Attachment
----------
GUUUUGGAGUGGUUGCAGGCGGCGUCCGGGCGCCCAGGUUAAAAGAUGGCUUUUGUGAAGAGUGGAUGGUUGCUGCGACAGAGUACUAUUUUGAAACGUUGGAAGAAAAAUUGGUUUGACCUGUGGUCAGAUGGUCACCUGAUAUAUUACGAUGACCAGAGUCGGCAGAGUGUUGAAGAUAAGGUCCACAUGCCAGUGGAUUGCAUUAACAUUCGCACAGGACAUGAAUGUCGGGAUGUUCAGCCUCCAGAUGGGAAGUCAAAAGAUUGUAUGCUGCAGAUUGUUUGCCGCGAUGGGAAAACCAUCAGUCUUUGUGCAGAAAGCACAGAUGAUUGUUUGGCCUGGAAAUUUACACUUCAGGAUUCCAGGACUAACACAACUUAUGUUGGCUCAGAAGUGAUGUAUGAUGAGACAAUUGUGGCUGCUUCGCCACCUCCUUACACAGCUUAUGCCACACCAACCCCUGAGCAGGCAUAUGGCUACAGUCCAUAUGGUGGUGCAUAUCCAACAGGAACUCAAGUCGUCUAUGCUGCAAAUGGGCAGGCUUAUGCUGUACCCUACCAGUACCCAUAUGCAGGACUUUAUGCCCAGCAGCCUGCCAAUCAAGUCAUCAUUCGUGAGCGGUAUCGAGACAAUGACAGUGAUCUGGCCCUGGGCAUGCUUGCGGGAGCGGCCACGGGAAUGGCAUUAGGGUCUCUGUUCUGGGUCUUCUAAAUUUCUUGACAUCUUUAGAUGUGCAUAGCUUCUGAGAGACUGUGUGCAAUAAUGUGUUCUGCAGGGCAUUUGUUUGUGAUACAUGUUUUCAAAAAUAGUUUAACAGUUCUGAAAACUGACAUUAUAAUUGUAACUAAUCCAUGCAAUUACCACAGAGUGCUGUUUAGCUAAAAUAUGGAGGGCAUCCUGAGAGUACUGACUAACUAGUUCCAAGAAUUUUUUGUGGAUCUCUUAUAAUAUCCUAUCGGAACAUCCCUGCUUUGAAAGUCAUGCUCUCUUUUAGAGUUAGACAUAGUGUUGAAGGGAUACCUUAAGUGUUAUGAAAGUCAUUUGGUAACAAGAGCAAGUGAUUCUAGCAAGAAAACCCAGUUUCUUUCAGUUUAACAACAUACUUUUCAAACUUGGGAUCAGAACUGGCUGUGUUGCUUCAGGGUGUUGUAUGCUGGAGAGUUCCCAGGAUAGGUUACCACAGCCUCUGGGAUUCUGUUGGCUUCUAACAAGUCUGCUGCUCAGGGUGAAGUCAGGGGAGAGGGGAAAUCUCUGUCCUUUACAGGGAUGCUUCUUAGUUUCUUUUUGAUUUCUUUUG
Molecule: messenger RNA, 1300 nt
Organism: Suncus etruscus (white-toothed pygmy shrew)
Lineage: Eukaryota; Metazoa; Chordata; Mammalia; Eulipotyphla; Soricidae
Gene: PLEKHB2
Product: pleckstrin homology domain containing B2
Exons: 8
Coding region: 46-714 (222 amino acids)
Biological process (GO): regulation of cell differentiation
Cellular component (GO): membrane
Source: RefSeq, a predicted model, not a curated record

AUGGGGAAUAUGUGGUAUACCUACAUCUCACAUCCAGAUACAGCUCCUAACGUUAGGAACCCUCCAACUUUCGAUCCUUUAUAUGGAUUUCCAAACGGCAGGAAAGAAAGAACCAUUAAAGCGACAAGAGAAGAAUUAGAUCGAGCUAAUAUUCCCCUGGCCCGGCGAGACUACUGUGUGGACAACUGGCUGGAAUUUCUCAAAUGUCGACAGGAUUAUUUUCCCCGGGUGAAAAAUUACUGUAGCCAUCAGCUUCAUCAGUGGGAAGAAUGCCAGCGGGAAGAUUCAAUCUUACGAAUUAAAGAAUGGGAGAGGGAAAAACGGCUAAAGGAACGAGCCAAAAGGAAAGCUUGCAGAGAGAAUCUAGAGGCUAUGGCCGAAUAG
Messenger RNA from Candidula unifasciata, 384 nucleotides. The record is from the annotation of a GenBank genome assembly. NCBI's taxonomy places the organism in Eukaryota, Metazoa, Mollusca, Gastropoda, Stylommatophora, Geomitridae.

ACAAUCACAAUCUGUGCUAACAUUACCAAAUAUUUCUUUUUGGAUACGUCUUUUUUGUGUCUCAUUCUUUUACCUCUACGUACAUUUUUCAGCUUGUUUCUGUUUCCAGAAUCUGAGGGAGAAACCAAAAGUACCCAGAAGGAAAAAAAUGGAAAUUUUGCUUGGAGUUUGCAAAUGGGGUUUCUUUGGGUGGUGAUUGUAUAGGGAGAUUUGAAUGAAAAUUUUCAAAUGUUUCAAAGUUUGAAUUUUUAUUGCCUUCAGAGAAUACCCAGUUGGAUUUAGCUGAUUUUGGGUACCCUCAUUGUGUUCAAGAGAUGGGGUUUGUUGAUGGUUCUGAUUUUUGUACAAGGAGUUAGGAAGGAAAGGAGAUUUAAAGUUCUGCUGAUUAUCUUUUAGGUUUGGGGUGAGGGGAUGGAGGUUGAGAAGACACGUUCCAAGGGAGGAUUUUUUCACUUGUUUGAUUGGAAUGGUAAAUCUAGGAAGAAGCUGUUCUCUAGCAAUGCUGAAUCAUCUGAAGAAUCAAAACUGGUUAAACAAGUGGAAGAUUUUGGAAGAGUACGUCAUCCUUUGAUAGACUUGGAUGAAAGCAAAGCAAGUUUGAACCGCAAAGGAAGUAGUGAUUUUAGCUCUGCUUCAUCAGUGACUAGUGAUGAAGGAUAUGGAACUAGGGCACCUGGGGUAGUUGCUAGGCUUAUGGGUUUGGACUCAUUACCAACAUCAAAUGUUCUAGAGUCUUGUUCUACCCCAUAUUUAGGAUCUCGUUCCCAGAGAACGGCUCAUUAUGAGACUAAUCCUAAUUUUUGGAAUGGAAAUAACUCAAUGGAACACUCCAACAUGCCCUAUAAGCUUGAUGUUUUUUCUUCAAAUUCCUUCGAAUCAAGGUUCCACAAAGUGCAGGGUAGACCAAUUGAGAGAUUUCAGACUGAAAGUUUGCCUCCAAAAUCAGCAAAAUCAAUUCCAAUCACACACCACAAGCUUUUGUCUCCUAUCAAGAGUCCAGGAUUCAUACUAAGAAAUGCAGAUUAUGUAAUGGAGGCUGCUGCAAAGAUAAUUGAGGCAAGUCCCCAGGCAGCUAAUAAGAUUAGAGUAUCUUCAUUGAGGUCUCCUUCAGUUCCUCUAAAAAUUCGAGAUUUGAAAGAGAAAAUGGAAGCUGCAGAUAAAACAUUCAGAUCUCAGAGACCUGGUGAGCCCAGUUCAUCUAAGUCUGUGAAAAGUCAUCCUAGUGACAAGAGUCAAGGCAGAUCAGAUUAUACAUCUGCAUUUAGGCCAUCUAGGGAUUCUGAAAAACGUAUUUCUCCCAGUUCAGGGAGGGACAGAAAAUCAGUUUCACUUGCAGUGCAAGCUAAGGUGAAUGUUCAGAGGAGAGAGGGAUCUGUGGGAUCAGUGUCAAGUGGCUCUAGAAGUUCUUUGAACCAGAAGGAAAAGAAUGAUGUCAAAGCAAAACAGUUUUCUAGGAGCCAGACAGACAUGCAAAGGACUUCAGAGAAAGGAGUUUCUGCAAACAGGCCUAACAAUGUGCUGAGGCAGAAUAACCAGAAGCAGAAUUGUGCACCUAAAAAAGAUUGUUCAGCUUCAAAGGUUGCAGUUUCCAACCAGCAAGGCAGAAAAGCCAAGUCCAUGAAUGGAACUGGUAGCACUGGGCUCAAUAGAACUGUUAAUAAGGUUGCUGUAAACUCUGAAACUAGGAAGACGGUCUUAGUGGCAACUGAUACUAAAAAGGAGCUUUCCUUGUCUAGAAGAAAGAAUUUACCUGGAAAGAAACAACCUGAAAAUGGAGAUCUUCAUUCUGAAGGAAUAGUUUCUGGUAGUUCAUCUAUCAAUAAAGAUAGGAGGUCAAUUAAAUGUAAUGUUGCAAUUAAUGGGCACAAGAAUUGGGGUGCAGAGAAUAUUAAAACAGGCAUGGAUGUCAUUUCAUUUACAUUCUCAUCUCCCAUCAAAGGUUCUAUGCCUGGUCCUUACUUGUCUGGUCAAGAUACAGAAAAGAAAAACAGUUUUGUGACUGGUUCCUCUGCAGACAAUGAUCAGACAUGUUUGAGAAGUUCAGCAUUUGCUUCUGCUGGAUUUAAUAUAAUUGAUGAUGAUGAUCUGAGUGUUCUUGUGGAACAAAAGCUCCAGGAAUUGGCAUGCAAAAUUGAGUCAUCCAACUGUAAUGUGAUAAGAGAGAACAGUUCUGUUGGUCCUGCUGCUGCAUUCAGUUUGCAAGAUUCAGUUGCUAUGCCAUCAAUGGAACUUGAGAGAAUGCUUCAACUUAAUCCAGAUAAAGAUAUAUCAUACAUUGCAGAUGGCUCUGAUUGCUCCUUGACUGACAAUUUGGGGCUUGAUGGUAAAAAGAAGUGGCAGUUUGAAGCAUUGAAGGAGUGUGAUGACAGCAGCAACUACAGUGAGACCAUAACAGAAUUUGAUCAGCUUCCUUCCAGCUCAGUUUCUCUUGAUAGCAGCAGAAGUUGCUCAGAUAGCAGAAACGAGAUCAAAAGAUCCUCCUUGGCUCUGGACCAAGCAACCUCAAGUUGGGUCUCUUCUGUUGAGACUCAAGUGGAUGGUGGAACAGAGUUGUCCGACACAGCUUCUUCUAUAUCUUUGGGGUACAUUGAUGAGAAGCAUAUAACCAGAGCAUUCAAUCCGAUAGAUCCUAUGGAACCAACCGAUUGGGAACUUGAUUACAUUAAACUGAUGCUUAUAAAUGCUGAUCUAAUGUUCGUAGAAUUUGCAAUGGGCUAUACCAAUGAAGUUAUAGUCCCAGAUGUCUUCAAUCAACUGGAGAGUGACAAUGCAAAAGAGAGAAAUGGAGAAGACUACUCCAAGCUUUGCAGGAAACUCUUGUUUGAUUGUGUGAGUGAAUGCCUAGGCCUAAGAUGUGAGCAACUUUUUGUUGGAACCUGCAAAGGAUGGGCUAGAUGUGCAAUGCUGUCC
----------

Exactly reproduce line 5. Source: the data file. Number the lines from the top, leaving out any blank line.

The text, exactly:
Gene: PLEKHB2